Describe what your village looked like after the wrath of the Nazis.
Oh, it was terrible. Everything was destroyed. Some villages, like Grandpa’s Carovillese, were okay. My father took our mule and walked for three days to another village to buy grain and flour. When he came back, we couldn’t believe it. We made bread and had food for about a week. But most of the time, my sisters and I would look for dandelions in the fields. There are plenty of weeds to eat but some were poisonous. There was one we called the“pig nose” that we ate once, it made us all sick. But that’s all we had to eat because we had no food.
Our little, beautiful church where the Nazis shoved everyone was completely destroyed. They had brought their horses in and left hay all over the floor. And because the horses were slipping on the floor, the Germans made big chips and holes in the beautiful marble floor so their horses could stand. The men had to put in a new floor. They ruined our beautiful little church.
Describe the arrival of the Americans.
Well, one morning we heard planes overhead. They bombed the train station downtown, then started using machine guns. I cried because I thought it was the Nazis, and I knew there would be much death. But the next day, we found out that it was actually the Americans. The Nazis were occupying the train station, so the Americans bombed it. They killed 200 Nazis. I remember all the dust and smoke.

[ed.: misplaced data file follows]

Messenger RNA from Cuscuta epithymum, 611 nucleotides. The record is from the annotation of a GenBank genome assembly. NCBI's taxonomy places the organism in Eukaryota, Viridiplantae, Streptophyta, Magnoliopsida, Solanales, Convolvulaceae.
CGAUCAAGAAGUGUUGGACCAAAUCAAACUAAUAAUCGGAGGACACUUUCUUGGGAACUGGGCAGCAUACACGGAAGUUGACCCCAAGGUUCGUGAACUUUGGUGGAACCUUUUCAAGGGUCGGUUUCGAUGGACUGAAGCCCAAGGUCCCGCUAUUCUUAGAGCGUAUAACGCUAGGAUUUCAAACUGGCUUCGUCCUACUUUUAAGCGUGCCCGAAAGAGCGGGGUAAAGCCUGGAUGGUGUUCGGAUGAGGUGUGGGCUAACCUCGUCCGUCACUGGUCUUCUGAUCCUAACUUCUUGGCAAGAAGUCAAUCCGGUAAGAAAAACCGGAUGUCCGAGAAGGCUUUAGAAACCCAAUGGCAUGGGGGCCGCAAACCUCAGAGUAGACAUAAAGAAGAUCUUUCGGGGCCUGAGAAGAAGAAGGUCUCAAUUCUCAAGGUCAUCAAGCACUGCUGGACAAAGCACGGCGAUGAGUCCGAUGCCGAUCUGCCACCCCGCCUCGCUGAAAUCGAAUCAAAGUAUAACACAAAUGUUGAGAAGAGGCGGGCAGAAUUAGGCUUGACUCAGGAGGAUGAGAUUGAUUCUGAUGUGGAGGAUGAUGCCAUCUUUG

Did you go back to school?
I did, but it was very different. We had to sit on the floor and only listen to the teacher. We had no books or pencils, and the stupid Germans had broken all thed esks.
When did things start to return to normal?
Not long after I went back to school, actually. The Pope and the United States sent some things to us. In 1941 my other brothers went to the United States. And in 1954, one of them called me and I came to the United States.
In a word, how would you describe your experiences during the war?
Terrible. But some good came out of it. We were forced to live a very hard life. I suffered so much, but now I appreciate everything I have. I thank God every day and night for my family and my life. Because of my experiences, I really feel for those who suffer daily in our world. When I see the war in Iraq, it makes me so sad to see people dying and starving. And that’s why I strongly oppose the war and what George Bush has done.
I suffered so much, and I hate to see their civilians and our soldier skilled. I just want this war to end, and I want the death to stop. I hope you never have to endure such pain. I hope you live a happy life, one not affected by war, hunger and poverty.
What is the single most important thing your experiences taught you?
To appreciate everything, especially family. I wouldn’t trade my family for all the riches in the world. I was so fortunate to escape with all my family still alive and relatively unharmed. Throughout life, just remember to love your family. Love your neighbors. And hope for peace.